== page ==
Thursday, December 18, 2008

UF Quick Throw: The Football League votes

The Football League has just voted yes on the 'homegrown players' rule, to be implemented from the beginning of the 09/10 season. The rule determines that at least 4 players in each 16-man matchday squad must have been registered domestically for a minimum of three years before their 21st birthday.

So much for the impending arrival of hundreds of second-rate Scandinavian footballers.

What do you lot think? Could you ever imagine the EPL following suit?

[BBC Sport]


Andrew said...

How is the homegrown player initiative even an issue? A glance over 5 squads in the Colaship reveals that more than half those teams' rosters are "British." (I'm using Georger's version of British for the sake of argument.) The initiative has been implemented de facto either through academies, the limited budgets of lower-tier clubs, or the desire to raise gate revenue by featuring local players. Developing young talent is necessary and benefits the FA in numerous ways, indeed, but the measure seems toothless. Simply having it on the books so they can point to UEFA and say, "Hey, look what we did!" and cup Platini's nuts is no reason to make the rule de jure. It's analogous to having a federally mandated national language; the vast majority already speak English, so why try to put more laws on the books?

Spectator said...

Here's my take (I was going to put this in an update to the post but can't be bollocked at the moment).... You're right, this rule will have no practical impact on the football leagues, but it will make for a test case of the EU free movement laws. Essentially, the EU prevents member countries from creating laws that discriminate against hiring foreigners. As the EU laws are currently written, this includes football to which Platini has been lobbying the EU to carve out an exception, but so far to now avail. So, this new homegrown rule could lead to a test case before the EU courts, which could take years before it is resolved, but at least gets the ball rolling.

Either that or the football leagues are xenophobes.

The funny thing is, everything I've read says that if a homegrown plan is adopted in England, than the lower leagues will really suffer. You'll have EPL clubs fighting over the few above-mediocre English players that will lead to a depletion of talent down the leagues.

I'm not in favor of an absolute free market in anything, but this is an example of the downside to silly European socialist thinking. A Europe-wide homegrown rule would set football back decades if implemented.

Keith said...

And even in the EPL, the only team that couldn't meet that rule right now in the Big 5 is Fifthsenal.

Pool's got Carra, Gerrard, Darby, and Pennant
Chelski have Bridge, Cashley, JoeCole, Fat Francesco and he who shall not be named.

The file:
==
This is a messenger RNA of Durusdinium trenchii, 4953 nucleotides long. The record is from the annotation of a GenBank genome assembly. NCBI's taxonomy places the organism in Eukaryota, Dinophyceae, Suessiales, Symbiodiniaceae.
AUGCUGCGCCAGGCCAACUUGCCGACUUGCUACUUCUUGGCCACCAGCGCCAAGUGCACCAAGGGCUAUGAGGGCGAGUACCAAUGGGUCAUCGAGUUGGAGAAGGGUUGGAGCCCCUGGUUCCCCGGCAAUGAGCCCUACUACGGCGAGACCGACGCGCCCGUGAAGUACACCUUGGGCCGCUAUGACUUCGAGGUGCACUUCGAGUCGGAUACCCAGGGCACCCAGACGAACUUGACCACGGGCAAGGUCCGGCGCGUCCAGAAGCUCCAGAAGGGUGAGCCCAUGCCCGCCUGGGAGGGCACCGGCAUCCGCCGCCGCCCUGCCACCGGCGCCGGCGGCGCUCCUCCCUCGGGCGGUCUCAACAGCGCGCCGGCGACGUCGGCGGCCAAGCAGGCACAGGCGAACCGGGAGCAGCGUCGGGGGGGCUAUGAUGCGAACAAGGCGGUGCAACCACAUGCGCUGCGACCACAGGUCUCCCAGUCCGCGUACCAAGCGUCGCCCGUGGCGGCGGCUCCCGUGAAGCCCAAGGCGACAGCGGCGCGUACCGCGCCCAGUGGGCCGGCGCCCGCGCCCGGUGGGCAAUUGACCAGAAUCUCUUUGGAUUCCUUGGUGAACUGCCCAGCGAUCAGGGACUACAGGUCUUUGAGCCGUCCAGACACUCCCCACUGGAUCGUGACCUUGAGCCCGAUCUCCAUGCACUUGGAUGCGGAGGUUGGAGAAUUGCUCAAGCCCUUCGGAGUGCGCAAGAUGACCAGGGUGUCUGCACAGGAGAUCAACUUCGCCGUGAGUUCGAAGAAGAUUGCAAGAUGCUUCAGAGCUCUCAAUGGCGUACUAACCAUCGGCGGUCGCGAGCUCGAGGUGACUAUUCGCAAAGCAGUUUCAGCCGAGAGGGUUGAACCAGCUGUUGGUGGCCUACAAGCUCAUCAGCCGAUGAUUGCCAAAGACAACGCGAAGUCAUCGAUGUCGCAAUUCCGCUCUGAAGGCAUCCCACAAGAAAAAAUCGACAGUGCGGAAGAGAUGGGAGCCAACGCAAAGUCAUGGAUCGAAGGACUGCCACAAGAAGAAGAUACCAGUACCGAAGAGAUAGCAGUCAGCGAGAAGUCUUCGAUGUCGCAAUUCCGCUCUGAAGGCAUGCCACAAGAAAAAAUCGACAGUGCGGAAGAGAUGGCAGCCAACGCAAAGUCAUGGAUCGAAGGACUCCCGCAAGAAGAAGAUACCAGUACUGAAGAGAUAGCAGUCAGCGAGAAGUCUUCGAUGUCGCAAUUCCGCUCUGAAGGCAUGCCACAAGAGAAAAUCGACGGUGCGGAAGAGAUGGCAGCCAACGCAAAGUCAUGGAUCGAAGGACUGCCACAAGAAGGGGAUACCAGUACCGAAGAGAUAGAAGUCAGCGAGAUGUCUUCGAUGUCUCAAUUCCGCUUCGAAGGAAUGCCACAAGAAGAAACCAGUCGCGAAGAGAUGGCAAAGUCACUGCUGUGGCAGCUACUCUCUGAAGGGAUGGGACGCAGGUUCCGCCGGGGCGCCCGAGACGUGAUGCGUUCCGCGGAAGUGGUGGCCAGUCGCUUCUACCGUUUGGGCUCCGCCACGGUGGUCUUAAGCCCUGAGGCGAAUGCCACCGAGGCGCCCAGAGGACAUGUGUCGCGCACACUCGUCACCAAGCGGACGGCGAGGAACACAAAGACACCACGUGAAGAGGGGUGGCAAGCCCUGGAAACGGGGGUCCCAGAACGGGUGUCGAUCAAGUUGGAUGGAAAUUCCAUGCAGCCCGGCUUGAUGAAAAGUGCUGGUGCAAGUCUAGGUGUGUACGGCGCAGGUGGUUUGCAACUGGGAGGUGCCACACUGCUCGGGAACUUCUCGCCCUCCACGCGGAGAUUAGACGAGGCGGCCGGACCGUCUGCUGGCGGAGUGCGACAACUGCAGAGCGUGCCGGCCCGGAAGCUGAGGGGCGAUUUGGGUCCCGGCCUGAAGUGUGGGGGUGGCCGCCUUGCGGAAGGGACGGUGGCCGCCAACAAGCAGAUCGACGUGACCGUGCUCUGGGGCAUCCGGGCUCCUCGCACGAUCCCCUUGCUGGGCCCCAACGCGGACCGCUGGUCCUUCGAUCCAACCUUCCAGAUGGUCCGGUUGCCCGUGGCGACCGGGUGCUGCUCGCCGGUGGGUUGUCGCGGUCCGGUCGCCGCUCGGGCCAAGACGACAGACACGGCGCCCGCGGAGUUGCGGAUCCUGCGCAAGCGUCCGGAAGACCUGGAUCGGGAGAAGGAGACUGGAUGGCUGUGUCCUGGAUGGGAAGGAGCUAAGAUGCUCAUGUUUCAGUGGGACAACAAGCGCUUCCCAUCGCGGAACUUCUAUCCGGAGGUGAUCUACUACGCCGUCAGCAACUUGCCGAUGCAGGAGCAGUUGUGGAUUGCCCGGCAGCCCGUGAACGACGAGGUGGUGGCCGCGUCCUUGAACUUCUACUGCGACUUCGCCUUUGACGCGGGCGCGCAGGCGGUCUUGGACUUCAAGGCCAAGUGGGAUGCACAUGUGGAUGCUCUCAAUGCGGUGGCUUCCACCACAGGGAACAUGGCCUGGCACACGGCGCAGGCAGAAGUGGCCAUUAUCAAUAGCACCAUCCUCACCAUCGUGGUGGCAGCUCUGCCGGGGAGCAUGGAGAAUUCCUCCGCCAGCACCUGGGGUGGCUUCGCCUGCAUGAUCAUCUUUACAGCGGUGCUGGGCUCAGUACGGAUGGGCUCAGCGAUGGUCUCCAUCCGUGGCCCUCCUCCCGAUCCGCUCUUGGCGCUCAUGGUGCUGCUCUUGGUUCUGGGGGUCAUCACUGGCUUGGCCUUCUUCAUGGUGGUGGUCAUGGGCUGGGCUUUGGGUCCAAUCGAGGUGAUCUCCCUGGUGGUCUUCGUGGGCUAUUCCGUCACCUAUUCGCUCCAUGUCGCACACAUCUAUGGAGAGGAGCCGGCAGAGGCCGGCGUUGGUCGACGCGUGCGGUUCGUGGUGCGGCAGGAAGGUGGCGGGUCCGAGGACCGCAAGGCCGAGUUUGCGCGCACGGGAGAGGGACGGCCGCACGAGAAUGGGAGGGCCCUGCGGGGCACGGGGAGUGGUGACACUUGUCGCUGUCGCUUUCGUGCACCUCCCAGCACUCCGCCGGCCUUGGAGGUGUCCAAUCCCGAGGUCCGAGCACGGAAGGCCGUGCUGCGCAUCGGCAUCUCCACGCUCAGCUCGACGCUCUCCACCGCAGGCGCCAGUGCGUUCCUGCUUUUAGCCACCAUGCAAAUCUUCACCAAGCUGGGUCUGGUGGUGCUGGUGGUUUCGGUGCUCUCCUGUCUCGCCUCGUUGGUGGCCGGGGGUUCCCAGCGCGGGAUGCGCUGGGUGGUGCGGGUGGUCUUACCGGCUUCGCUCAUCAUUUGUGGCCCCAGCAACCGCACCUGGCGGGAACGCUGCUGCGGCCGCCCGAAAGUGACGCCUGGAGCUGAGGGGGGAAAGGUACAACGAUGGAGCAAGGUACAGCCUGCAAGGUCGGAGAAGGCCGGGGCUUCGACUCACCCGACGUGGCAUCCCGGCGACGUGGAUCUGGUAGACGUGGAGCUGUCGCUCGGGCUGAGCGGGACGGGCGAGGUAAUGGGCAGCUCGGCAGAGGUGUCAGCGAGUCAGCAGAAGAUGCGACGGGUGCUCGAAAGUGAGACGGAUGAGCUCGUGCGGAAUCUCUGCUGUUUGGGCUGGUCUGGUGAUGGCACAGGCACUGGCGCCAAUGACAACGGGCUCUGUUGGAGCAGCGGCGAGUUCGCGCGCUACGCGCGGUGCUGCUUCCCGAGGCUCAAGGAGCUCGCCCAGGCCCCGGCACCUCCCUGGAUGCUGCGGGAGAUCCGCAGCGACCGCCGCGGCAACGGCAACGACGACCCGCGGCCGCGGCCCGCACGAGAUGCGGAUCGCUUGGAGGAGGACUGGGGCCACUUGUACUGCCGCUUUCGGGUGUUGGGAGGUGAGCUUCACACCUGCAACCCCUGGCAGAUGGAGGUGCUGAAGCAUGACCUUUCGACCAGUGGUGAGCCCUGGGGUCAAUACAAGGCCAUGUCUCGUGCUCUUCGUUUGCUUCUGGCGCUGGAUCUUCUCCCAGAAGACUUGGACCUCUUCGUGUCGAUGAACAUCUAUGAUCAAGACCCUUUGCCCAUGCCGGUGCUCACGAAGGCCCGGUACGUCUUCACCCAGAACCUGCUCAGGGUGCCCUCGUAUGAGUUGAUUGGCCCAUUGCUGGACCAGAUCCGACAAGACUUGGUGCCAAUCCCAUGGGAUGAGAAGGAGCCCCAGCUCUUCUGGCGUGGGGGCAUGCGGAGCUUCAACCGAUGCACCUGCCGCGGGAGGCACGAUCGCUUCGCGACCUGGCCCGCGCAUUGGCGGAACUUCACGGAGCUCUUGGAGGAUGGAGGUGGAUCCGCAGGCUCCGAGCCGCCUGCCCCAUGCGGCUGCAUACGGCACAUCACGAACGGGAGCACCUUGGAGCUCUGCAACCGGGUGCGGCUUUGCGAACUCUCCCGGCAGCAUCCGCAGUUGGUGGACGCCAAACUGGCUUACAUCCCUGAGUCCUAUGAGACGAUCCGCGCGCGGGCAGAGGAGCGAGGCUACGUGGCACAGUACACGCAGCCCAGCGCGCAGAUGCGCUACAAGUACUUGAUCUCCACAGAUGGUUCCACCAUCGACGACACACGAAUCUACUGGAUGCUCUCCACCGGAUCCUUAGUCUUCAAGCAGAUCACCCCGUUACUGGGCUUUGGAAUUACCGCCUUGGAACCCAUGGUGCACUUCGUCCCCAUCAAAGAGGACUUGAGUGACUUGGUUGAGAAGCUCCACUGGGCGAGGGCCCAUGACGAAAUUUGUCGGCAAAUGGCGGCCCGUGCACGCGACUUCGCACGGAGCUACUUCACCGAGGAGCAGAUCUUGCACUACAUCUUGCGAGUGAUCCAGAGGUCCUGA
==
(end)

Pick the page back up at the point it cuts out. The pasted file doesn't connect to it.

United have The Canadian Traitor, Foster, Brown, Fletcher, Carrick, Shrek, ScoresGoals and Rio
Martin O'Neill could field a British XI if he wanted
Arsene has Theo, Hoyte, Ramsay, and that's about it

Spectator said...

Platini thinks that Fifthsenal is destroying football and must be legislated out of existence.

Keith said...

But the passing is just so beautiful right before Bendtner whacks it into Row Q and van Porcelain crumples to the turf. How could Platini hate that?

Andrew said...

@ Spec: I'm with you on the test case, and I think that's a shrewd move if it were in fact the rationale behind the decision. Also agree with non-absolute free market, but there comes a time when the free market requires some coddling. If there were a dearth of talented English players in the football market and the whole training system needed to be revamped, then sure, allow for the rule; there's logic in that reasoning. But if the argument is that the EPL, Colaship, etc aren't "English" enough then that borders on both xenophobia and some weird soccer-eugenics.

One more thing: why only 4 homegrown players? That makes little impact on teams stacked with foreigners (although there aren't any in Colaship et al.). What if the player were to come from a the Commonwealth?

Spectator said...

I'm guessing they went with 4 because it was one less than the Platini 5+4 plan. That way they look more reasonable and willing to compromise.

Precious Roy said...

Keith, you forgot:

Jack Wilshire, Kieran Gibbs, Jay Simpson, Henri Landsbury, and Mark Randall. There's also James Dunn and Abu Ogogo out on loan.

Not sure how many of them make the 3 years before their 21st birthday as half of them are 12, but Arsenal has plenty of English kiddies on the payroll.

ΓΌ75 said...

I'm pretty sure you mean 6+5. Unless the English game is trying out a new look.